This new perspective and mind-set must be underpinned by purpose. A change in culture and attitude is needed, with a focus on long-term sustainability. Providing services that meet the economic needs of society should be placed above short-term profits and bonuses. New initiatives and developments in the essential functions of financial services should be rooted in the same purpose, that is, empowering individuals and giving them security. This will prevent new businesses from seeking simply to extract value from customers.
Organisational culture is an important driver of behaviour, and good cultural values can help people and businesses do their best. A culture that encourages customers to be passionate about a company’s products provides direction as well as a sense of belonging and relationship with the customer. Conversely, distance from the customer makes it harder for employees to understand how the outcome of their actions affects people, and encourages them to prioritise ROE and other objective metrics.
Businesses should promote customer-centric thinking, and ensure that staff understand the business’s mission and cultural values. Accepting that human behaviour is imperfect and understanding why bad behaviour has previously occurred can also help organisations address aspects of their culture that may enable misconduct.
Consistency is vital to cement good behaviour, but demonstrating it can be challenging. Tacit messaging about how bad behaviour is dealt with will override official lines that remain undelivered in reality. The board, executive team and all managers must model expected behaviours consistently, and incorporate the firm’s values into day-to-day decision-making.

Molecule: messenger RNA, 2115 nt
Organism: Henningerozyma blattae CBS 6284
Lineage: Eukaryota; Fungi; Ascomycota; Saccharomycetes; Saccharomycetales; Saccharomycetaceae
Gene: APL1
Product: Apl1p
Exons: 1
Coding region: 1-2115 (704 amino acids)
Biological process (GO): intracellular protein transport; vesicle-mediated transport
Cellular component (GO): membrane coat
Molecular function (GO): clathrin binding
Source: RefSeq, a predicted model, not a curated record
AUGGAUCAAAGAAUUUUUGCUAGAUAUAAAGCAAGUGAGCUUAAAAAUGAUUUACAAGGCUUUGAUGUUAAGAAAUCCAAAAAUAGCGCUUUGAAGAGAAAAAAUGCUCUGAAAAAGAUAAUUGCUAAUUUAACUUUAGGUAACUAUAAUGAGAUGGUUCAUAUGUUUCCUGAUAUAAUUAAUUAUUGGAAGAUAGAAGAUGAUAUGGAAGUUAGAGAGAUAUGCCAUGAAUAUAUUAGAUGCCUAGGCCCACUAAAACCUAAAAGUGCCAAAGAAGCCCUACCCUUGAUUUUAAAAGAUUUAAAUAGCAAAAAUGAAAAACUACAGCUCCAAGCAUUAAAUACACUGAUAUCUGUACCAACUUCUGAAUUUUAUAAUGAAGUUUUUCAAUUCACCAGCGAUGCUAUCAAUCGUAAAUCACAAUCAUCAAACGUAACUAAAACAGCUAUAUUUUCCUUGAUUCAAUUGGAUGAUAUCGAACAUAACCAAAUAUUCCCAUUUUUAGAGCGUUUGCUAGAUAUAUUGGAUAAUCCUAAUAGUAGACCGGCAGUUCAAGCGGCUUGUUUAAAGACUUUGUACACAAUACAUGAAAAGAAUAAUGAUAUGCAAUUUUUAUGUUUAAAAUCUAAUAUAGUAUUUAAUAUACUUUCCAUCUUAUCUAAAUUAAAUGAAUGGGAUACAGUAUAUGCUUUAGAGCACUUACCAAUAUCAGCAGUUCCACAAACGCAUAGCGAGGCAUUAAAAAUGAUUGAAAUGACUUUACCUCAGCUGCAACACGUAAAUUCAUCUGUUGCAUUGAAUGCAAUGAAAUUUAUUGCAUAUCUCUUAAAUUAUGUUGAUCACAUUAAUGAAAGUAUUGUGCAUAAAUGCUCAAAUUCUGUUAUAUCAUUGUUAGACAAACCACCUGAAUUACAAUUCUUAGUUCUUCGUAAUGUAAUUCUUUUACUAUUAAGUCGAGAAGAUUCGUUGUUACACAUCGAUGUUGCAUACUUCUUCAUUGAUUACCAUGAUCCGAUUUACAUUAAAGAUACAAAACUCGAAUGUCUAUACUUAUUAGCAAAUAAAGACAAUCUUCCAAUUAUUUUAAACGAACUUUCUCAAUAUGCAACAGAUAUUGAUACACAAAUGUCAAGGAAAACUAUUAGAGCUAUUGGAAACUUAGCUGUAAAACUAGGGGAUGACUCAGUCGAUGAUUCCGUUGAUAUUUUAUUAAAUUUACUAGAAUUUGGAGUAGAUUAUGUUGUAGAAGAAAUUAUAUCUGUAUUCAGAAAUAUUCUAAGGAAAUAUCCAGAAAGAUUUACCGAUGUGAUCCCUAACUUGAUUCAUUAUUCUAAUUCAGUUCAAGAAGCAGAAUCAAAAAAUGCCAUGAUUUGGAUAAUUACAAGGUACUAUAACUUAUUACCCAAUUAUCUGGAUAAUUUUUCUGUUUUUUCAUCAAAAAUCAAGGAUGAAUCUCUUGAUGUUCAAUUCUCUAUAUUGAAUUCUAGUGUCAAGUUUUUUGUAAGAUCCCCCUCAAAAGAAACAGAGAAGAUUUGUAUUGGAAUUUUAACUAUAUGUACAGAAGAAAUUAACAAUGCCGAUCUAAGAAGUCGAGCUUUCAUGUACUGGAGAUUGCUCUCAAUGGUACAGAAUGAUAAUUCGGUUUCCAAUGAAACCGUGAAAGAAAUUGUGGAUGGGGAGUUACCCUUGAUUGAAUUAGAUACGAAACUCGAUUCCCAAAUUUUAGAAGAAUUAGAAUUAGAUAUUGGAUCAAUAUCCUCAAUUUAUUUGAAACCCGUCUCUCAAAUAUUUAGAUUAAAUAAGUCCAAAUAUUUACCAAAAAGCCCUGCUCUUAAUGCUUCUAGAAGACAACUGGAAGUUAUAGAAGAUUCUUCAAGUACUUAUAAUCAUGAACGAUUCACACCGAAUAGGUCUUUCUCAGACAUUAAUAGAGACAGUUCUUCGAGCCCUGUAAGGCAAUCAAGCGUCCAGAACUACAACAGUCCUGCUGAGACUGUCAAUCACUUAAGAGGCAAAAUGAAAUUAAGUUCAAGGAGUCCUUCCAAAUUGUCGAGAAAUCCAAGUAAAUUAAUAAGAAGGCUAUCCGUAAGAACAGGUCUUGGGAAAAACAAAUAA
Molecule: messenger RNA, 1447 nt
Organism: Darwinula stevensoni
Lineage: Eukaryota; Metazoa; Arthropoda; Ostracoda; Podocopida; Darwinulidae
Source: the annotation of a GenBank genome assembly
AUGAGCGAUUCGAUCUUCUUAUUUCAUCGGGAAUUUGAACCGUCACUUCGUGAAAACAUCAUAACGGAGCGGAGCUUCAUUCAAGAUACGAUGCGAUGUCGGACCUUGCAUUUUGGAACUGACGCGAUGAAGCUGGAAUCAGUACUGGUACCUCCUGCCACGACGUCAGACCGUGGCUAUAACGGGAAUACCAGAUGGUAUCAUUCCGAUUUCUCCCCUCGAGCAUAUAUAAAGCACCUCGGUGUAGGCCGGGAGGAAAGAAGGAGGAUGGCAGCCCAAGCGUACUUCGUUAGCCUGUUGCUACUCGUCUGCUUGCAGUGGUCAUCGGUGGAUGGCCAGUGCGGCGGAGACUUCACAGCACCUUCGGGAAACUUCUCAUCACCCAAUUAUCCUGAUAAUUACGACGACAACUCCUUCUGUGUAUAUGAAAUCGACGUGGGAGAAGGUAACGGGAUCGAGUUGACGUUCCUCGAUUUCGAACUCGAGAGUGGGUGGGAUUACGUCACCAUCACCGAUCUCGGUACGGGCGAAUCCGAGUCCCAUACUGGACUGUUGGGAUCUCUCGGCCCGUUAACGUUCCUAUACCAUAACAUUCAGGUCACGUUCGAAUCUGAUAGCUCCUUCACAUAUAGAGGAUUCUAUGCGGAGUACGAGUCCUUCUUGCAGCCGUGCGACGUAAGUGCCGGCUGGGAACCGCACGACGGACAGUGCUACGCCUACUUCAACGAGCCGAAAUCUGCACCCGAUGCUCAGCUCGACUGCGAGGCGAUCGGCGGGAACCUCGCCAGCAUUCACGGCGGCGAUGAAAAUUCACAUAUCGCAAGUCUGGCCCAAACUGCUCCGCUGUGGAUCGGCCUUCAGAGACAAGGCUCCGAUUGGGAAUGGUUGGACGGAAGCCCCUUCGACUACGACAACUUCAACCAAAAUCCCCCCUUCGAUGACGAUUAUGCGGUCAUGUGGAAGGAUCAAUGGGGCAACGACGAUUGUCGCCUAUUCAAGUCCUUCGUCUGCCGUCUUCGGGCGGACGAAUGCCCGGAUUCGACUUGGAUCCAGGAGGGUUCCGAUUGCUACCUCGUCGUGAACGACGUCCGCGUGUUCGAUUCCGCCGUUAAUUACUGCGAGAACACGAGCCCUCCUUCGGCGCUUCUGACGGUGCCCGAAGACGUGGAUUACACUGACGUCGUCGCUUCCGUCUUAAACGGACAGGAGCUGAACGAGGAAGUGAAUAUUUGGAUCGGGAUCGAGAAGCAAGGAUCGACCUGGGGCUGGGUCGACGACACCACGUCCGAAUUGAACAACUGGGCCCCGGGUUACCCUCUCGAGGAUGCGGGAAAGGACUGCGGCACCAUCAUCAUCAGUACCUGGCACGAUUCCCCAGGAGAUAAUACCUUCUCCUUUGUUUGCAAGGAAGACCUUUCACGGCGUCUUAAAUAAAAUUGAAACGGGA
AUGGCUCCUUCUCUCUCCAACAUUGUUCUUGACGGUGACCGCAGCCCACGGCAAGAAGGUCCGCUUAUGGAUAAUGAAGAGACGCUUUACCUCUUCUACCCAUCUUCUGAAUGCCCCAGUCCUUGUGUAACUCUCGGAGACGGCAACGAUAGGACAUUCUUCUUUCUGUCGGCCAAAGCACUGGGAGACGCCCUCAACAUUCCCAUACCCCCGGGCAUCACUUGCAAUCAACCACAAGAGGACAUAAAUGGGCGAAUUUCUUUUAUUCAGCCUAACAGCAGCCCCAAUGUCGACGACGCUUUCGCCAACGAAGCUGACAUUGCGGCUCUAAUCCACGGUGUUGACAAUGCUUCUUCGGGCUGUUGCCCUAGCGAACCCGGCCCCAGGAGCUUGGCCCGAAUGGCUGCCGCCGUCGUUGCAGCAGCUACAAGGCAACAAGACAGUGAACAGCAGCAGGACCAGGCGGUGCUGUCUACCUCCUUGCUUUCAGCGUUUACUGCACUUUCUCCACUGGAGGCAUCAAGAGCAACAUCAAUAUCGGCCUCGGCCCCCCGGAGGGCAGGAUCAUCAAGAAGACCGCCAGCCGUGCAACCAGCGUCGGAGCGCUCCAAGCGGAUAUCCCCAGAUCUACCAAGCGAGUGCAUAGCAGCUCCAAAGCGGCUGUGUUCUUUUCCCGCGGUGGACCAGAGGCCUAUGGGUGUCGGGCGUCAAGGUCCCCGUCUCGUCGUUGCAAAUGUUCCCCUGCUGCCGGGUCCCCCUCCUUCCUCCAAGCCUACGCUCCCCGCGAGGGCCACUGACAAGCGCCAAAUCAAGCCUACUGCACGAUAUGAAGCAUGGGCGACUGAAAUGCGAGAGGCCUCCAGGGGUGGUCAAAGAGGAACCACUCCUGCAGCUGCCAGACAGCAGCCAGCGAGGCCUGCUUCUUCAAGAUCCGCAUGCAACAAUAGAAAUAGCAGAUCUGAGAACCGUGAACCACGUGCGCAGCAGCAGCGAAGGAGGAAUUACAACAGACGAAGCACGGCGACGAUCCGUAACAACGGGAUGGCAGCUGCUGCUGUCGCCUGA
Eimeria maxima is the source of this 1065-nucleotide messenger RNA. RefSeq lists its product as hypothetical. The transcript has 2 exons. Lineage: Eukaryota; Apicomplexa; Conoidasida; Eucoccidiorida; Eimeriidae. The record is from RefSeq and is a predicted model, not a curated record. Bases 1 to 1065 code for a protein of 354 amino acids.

The board must first understand their existing culture, and then clearly articulate what culture they want to have. Consistency across all parts of the organisation is essential. Human resources in particular should ensure that conduct and treatment of customers form a significant part of objectives, performance ratings, training and remuneration. Ignoring such steps creates an environment in which staff are less likely to care about non-financial risks and issues.
For those working in financial services, the financial rewards are often high, and can come with the need to take risks on behalf of the organisation.
Those outside of financial services often believe that financial incentives are the main drivers of behaviour and decision-making. However, soft factors, such as recognition and promotion, have been found to be equally important.
Firms must balance the role of financial and other cultural incentives to foster desired behavioural outcomes. This will help align incentives and deterrents with good customer outcomes.